Bwog Report: Ethnic Studies

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Observations from an Ethnic Studies teach in Wednesday evening, courtesy of Bwog correspondent Karen Leung.


No introductory lectures, no Asian American studies classes, and only four courses in total to support Comparative Ethnic Studies, Asian American Studies, and Latino Studies: These were this term’s course offerings from the Center for the Study of Ethnicity and Race. It’s about the same at Barnard, which has four classes to support Africana Studies.

That sorry tally, among other issues, prompted Students Promoting Empowerment and Knowledge’s teach-in Wednesday night, headlined by people with roots in the 1996 student protests that brought Latino Studies and Asian American Studies to Columbia. Spec’s write-up misrepresented a few opinions voiced at the event, and an op-ed by student activists in today’s paper sets out their vision of the issue. Here’s my take.

Activists thrive on successful precedent, and the teach-in served that purpose in part by drawing connections between now and actions a decade ago. Ethnic studies, said panelist Marcel Agueros (once a protester, now an Astronomy postdoc), will be perennially valuable for how it pierces the double vision of diversity at Columbia: “the numerical diversity of which the university is very proud, and the intellectual diversity” (which doesn’t look as great on a recruitment brochure). In another parallel, panelist Sung E. Bai M.A. ’91, Ph.M. ’94, talked of how the activists depend on each other for support. Each group took risks and made concessions for the community—even though the Institute for Research in African American Studies (IRAAS) had been established in 1993, African American students endangered their academic careers for Latino and Asian American studies. Coalition efforts continue today through USCC and Making the Connection: Building a United Community of Color (charmingly abbreviated to MCBUCC).

Bai and Agueros also put a slightly different spin on their account of the ’96 protests. Now the stuff of activist legend, the story usually highlights the hunger strikes as the emergency which forced the University to create CSER. But Agueros said that the protesters only gained serious traction after Columbia received national media attention for arresting 22 of its own students. He smiled, saying, “Columbia’s biggest enemy most of the time is Columbia.”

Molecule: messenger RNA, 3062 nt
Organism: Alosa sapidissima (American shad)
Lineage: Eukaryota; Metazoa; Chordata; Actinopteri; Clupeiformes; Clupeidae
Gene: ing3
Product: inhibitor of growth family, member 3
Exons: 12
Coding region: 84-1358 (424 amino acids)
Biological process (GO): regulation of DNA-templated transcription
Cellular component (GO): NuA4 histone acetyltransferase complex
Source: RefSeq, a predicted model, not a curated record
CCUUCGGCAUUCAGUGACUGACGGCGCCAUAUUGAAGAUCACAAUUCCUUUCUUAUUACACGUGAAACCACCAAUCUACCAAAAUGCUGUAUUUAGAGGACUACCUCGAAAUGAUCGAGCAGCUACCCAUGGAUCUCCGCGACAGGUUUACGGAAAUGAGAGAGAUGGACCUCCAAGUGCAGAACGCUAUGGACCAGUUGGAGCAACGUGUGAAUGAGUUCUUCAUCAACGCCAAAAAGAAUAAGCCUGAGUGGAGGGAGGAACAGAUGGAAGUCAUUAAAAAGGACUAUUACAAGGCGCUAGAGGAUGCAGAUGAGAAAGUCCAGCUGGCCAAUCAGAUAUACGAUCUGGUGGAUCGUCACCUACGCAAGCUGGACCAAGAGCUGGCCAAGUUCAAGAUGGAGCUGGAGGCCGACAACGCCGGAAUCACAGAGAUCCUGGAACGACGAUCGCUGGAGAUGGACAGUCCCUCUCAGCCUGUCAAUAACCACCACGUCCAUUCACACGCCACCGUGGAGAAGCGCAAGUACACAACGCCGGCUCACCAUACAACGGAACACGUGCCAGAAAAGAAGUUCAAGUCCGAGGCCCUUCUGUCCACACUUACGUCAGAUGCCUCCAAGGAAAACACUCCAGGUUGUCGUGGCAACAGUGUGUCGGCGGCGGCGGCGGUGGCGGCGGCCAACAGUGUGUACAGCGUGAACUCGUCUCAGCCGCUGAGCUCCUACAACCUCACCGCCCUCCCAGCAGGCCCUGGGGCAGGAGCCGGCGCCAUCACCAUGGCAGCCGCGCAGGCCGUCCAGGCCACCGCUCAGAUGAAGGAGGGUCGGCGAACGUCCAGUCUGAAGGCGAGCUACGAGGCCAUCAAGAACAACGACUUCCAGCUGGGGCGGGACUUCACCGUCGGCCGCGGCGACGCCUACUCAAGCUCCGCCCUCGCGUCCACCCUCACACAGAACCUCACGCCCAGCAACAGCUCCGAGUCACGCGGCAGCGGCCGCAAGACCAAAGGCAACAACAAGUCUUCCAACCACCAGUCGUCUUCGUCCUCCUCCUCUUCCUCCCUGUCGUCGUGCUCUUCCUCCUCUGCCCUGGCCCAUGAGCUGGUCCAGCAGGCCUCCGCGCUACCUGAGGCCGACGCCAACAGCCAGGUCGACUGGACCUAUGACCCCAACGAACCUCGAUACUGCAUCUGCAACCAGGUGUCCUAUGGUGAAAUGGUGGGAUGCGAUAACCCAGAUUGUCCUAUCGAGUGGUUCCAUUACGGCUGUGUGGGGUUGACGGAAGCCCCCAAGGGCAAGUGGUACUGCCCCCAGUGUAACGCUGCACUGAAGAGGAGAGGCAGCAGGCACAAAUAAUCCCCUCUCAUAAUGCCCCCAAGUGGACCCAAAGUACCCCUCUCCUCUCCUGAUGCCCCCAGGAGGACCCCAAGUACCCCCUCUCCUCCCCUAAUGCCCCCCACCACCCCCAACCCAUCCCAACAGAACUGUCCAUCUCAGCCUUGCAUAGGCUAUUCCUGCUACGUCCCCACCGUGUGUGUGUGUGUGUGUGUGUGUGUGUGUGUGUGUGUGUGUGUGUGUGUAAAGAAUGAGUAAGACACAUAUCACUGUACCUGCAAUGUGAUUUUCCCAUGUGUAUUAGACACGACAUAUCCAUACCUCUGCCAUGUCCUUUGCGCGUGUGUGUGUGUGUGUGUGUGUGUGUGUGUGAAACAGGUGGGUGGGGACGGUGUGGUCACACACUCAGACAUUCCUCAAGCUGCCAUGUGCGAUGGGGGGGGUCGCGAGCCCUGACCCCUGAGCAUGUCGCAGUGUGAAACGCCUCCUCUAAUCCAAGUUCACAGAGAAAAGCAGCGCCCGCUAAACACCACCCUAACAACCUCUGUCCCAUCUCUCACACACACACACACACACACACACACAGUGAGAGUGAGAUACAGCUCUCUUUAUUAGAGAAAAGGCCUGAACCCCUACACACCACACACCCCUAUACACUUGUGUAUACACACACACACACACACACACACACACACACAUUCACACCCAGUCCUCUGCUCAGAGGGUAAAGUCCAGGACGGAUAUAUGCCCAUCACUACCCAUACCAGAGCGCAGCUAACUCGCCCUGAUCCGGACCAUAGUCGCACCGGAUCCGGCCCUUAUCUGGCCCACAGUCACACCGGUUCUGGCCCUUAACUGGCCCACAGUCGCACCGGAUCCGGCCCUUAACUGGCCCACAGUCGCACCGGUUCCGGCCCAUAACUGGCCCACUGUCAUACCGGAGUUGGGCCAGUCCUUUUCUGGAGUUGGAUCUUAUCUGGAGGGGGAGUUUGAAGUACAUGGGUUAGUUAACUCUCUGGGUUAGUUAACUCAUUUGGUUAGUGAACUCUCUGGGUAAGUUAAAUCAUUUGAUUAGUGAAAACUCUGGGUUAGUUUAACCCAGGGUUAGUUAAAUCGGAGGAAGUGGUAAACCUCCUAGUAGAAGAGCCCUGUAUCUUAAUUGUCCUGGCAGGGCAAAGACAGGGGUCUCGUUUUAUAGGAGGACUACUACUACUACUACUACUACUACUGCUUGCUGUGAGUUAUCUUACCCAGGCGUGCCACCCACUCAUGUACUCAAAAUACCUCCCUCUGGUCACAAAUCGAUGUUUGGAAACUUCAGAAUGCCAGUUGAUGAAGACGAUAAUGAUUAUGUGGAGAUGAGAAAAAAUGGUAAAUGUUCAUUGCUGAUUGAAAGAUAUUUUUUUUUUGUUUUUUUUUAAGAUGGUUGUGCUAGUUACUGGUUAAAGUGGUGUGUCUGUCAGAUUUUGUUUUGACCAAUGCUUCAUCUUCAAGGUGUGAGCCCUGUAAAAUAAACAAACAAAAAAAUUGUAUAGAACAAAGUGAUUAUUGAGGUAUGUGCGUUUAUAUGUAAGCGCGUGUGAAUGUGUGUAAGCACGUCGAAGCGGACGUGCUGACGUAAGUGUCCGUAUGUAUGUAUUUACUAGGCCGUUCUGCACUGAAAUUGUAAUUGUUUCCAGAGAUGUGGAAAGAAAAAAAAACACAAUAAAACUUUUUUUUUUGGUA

What is Ethnic Studies, exactly? It’s challenging to define, which is perhaps why the Spec piece didn’t really try. Here’s what I learned:

  • According to the even program, “Ethnic Studies unpacks the making of race and historicizes this making.”
  • In a 2004 op-ed, Ethnic Studies professor and then-CSER director Gary Y. Okihiro wrote that it is “a multidisciplinary and systematic study of racializations… in essence, [it] focuses upon the locations and articulations of power as expressed in social formations.”
  • Nicholas De Genova, professor of Anthropology and Latino Studies, insisted that the discipline is not just “an amalgamation of particularities and particularisms” from the traditional methodologies of other social studies and sciences, but rather critiques those methodologies with an interdisciplinary approach to provide “a genuinely counter-American studies.”  
  • Sociology and Latino Studies Professor Nicole Marwell described it this way: “Ethnic Studies is a set of different answers to a particular question: can we use the master’s tools to dismantle the master’s house?”

CSER is an unstable home for Columbia’s inquiry into those questions, having recently hired a new director, developed curricular changes in undergraduate majors, and reached out to faculty in other departments to participate more actively. Spec quotes CSER director Claudio Lomnitz as writing, “Creating an Ethnic Studies department is not desirable.” But, as has been expressed by student leaders before, and as was reargued by the two faculty yesterday, the abysmal state of ES at Columbia is deeply connected to its status as a center rather than a department. The Center is, to a certain extent, a perpetual outsourcer: it is beholden to and must hire through other departments. Of all of CSER’s core faculty, Lomnitz is the only member with tenure—one thing among many that makes the Center pretty unattractive to prospective faculty.